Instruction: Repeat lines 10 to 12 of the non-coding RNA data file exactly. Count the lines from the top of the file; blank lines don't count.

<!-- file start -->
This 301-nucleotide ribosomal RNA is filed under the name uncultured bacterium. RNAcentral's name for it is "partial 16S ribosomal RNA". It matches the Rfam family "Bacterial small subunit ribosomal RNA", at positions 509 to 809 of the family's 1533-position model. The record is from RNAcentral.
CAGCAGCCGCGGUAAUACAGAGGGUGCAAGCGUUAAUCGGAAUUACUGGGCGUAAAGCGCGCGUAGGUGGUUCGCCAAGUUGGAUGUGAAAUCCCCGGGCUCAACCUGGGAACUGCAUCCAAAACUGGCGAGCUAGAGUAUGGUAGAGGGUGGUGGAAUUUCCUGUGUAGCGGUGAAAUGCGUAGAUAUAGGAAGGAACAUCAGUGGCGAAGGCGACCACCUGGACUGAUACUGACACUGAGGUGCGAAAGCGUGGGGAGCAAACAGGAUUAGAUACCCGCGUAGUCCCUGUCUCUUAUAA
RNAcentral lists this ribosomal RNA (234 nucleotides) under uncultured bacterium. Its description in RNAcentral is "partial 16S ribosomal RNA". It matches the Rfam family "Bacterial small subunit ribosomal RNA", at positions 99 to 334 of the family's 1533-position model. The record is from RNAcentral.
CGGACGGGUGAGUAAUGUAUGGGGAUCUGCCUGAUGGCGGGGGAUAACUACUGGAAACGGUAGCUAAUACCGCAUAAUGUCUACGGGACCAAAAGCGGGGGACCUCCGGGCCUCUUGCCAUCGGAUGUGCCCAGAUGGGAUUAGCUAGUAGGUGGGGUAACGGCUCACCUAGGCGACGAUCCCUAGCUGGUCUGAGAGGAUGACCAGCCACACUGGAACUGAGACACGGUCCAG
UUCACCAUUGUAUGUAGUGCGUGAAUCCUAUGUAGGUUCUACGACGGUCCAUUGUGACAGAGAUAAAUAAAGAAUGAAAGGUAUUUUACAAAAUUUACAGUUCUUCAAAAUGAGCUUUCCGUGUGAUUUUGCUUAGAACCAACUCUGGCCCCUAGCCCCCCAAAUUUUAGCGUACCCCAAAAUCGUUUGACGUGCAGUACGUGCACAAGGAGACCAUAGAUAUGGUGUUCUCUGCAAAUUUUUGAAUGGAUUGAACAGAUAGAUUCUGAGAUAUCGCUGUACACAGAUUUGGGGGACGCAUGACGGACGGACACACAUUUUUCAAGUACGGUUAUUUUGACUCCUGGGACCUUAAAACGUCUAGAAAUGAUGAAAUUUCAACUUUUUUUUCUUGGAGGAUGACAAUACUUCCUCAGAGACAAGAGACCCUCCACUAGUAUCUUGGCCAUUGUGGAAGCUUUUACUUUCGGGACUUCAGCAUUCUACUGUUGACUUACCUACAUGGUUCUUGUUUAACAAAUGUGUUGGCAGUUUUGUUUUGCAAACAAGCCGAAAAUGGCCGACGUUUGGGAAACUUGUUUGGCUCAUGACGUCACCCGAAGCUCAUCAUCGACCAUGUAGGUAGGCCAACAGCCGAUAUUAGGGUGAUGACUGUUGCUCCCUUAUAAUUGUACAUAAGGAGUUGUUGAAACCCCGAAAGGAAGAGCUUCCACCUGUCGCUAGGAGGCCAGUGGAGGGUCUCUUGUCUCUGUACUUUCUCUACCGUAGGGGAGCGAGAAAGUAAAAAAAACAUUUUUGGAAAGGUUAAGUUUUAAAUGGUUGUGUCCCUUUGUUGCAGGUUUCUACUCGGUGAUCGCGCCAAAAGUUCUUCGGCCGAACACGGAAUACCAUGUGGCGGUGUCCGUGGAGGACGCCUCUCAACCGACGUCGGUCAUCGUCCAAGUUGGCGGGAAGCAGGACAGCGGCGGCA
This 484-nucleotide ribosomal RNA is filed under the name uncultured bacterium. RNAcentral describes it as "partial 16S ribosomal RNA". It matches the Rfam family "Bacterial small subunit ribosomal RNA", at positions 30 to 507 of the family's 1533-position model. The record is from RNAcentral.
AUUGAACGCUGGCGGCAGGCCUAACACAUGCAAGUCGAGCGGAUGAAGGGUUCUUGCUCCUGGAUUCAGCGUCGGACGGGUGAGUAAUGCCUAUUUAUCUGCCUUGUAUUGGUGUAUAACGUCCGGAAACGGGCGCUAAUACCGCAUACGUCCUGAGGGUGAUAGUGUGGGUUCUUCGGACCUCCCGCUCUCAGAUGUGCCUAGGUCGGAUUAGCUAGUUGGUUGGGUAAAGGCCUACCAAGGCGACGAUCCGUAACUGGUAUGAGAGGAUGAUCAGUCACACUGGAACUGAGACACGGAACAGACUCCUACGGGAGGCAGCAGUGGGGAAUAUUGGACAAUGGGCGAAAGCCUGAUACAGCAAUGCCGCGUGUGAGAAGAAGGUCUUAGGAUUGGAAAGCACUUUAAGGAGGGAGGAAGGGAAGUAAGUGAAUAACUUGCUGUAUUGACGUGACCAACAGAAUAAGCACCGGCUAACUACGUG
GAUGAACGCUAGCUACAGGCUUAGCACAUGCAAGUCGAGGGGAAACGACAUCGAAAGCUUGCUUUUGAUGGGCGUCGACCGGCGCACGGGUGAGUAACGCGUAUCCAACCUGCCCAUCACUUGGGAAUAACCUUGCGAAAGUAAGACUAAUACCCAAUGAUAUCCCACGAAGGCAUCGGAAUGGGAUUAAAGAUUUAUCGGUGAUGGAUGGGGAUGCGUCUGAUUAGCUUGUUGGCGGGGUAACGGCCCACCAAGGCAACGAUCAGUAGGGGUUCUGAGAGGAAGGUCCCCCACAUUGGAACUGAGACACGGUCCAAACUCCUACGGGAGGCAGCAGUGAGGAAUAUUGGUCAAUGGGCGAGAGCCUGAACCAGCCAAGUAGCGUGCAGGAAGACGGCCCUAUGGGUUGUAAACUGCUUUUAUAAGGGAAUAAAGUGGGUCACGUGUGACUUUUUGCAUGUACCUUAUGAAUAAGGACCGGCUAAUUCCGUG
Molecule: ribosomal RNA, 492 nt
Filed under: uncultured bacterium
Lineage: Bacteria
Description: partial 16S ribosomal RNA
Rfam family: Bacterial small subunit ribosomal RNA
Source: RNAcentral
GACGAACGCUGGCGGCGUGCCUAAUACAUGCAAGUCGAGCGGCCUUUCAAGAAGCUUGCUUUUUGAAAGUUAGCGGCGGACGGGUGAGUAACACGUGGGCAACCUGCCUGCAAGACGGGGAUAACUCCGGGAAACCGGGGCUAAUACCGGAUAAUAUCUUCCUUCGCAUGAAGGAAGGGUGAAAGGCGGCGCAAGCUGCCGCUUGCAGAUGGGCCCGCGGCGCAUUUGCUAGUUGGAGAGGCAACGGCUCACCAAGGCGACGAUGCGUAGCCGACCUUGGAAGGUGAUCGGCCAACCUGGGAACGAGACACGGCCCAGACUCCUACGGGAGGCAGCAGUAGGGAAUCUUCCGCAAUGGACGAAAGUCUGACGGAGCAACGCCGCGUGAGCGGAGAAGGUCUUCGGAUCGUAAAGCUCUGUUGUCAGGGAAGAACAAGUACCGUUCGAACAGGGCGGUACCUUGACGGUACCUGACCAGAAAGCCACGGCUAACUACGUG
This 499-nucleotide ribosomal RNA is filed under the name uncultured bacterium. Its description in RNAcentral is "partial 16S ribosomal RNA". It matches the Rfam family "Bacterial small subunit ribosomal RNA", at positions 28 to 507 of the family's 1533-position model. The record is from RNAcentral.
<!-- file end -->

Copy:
Filed under: uncultured bacterium
Lineage: Bacteria
Description: partial 16S ribosomal RNA